Word2003 {INDEX} - the /h switch

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ChrisGreaves
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Word2003 {INDEX} - the /h switch

Post by ChrisGreaves »

OK. I am sure that the findings expressed below (what is legal, what is not, how the \h<string> is interpreted) has been changed now. It has been 39 years when all is said and done.
Untitled.png
That said, I have been wrapping my head around the /h switch Lo! these past three days (and when not doing that, rapping my head against the wall), and I present my understanding to date.

Given my last fortnight's posts on "Anomaly", chances are strong that the {INDEX} field has been made to work in later versions than Word2003.
I would appreciate hearing back from anyone who has previously given up on the {INDEX}, or even just the \h, and now feels inclined to try again.

I have attached a 23-page document for anyone who would like to experiment with the {INDEX} field /h switch values.

Header Legalities for the {INDEX \h} switch
(1) A null string for the value of the “\h” switch produces space before each section but no text.
{INDEX \h “”}
(2) A header with an upper-case alphabetic will be produced if the leftmost alphabetic character in the string value of the “\h” switch is either “a” or “A”. Only the alphabetic character “a” or “A” is a legal letter.
{INDEX \h “a”}
{INDEX \h “A”}
(3) INDEX \h “~decoration only~”} since the leftmost alphabetic is neither “a” nor “A”, the string is illegal and no headers are produced.
{INDEX \h “b”} is as effective as {INDEX \h “”}
{INDEX \h “~~~b~~~”} is as effective as {INDEX \h “”}
{INDEX \h “Z”} is as effective as {INDEX \h “”}
(4) Any other alphabetic letter is considered to be punctuation and will be used as decoration.
{INDEX \h “alpha”} will generate headings “Alpha”, “Blpha”, “Clpha”, and so on.
{INDEX \h “ab”} is valid (“Ab”, “Bb”, “Cb”, “Db”, and so on)
{INDEX \h “ba”} is invalid and generates no headers.
(5) A decimal character digit “0” through “9” will be used as decoration.
{INDEX \h “a7”} is valid (“A7”, “B7”, “C7”, “D7”, and so on)
{INDEX \h “7a”} is valid (“7A”, “7B”, “7C”, “7D”, and so on)
{INDEX \h “7”} is valid but is decorative only (“7”, “7”, “7”, “7”, and so on)
(6) A decimal character digit “0” through “9” will appear as a section header if (a) the string value of the header switch is legal and (b) at least one {XE} is present for a digit-string in the document. ({XE "2021"}}
(7) Any characters other than “a” or “A” as the leftmost alphabetic character is considered to be a decorative constant:
INDEX \h “~”}
INDEX \h “~/~”}
INDEX \h “~~~ a ~~~”}

Thanks
Chris
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HansV
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Re: Word2003 {INDEX} - the /h switch

Post by HansV »

This is by design.
The \h switch is intended to specify the headings above the entries for each letter of the alphabet. It was not intended to let you specify arbitrary headers.
The A is used as the placeholder for that letter. You can embellish the letter by using some characters before and/or after the A, such as - and ~, but not other letters.
Regards,
Hans

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ChrisGreaves
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Re: Word2003 {INDEX} - the /h switch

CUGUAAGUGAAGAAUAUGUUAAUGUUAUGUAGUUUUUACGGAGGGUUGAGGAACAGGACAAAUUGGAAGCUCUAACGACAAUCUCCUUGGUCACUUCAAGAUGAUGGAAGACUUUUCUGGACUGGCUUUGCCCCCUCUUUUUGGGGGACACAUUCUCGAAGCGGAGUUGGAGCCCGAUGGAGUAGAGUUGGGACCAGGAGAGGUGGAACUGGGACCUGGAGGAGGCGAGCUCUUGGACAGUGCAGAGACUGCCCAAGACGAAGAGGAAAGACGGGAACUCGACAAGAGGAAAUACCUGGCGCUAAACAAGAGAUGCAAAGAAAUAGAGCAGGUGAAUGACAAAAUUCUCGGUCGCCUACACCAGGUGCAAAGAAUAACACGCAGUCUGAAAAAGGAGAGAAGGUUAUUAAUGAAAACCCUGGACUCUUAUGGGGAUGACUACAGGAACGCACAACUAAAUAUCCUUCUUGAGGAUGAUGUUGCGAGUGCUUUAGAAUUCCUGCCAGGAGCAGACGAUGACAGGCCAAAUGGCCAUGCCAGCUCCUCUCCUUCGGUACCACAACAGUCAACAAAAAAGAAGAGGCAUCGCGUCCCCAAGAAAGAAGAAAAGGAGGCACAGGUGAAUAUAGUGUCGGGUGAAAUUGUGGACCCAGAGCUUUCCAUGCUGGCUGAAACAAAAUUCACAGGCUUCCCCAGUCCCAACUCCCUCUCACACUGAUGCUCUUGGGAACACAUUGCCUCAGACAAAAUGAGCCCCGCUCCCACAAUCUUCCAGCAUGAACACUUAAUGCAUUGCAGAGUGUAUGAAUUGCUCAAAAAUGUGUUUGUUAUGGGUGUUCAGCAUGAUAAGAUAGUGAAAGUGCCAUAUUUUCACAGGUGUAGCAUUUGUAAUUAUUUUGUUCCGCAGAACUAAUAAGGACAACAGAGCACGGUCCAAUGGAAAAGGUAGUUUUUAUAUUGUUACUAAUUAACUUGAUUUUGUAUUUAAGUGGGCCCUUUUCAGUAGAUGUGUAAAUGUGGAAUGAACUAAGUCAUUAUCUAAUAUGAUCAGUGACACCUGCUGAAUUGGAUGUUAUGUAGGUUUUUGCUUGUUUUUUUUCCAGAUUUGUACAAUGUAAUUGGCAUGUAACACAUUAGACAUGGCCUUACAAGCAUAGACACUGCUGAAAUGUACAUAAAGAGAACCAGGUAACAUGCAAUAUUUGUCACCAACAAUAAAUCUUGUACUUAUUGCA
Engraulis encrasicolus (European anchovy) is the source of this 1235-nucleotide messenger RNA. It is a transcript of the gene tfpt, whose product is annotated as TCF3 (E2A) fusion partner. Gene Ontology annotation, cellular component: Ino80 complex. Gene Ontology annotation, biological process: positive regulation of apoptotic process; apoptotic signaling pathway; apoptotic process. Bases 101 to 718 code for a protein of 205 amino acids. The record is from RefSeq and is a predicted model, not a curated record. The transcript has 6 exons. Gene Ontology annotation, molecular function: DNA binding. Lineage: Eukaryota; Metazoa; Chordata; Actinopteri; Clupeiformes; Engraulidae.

Post by ChrisGreaves »

HansV wrote:
07 Oct 2021, 19:16
This is by design.
The \h switch is intended to specify the headings above the entries for each letter of the alphabet. It was not intended to let you specify arbitrary headers.
The A is used as the placeholder for that letter. You can embellish the letter by using some characters before and/or after the A, such as - and ~, but not other letters.
Hans, I think you sell (even) Word2003 short. The \h certainly sets the single capital letter for the headings, and indeed the capital letter is the heading, but the embellishment can include meaningful phrases.
For people generating multiple indexes for books – my standard example is a history of warfare with three indexes – one for Battles, one for Armaments, and one for rosy-cheeked British Generals - the facility of embellishing with alphabetics should not be overlooked. Here is part of an index for Battles (or “Battlefields” which index would have been produced in conjunction with the \f switch:-
Untitled.png
This Index would be generated by { INDEX \h "A - Battles" \f"Battles" } (but note that my earlier sample document contains NO {XE\f} fields!)
The intention of MS will always be in doubt, as the list of bugs and deviations show.
I think the Word2003 implementation of the \h switch indicates some sloppy MS code within Word, code, like this faked VBA:-

Code: Select all

If UCase(Left(strAlphabeticOnly(strHeader,1),1))=”A” Then
	Valid header, let’s get to it!
Else
	Invalid header, treat as “”
Endif
With 14 switches (\b, \c, \d, \e, \f, \g, \h, \k, \l, \p, \r, \s, \y, \z) the {INDEX} seems to have a lot of untapped potential.

Cheers
Chris
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ChrisGreaves
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Re: Word2003 {INDEX} - the /h switch

Post by ChrisGreaves »

ChrisGreaves wrote:
08 Oct 2021, 12:10
For people generating multiple indexes for books ...
For people who are generating some sort of humongous bibliographic table from all the indexes in thousands of documents or books, the ability to inhibit the headers saves programming work by removing the alphabetic and numeric headers completely:-
Untitled.png
The value of the INDEX field can be accumulated - without any refining - straight into a concordance table of some sort.
The index here was generated with {INDEX }
Cheers
Chris
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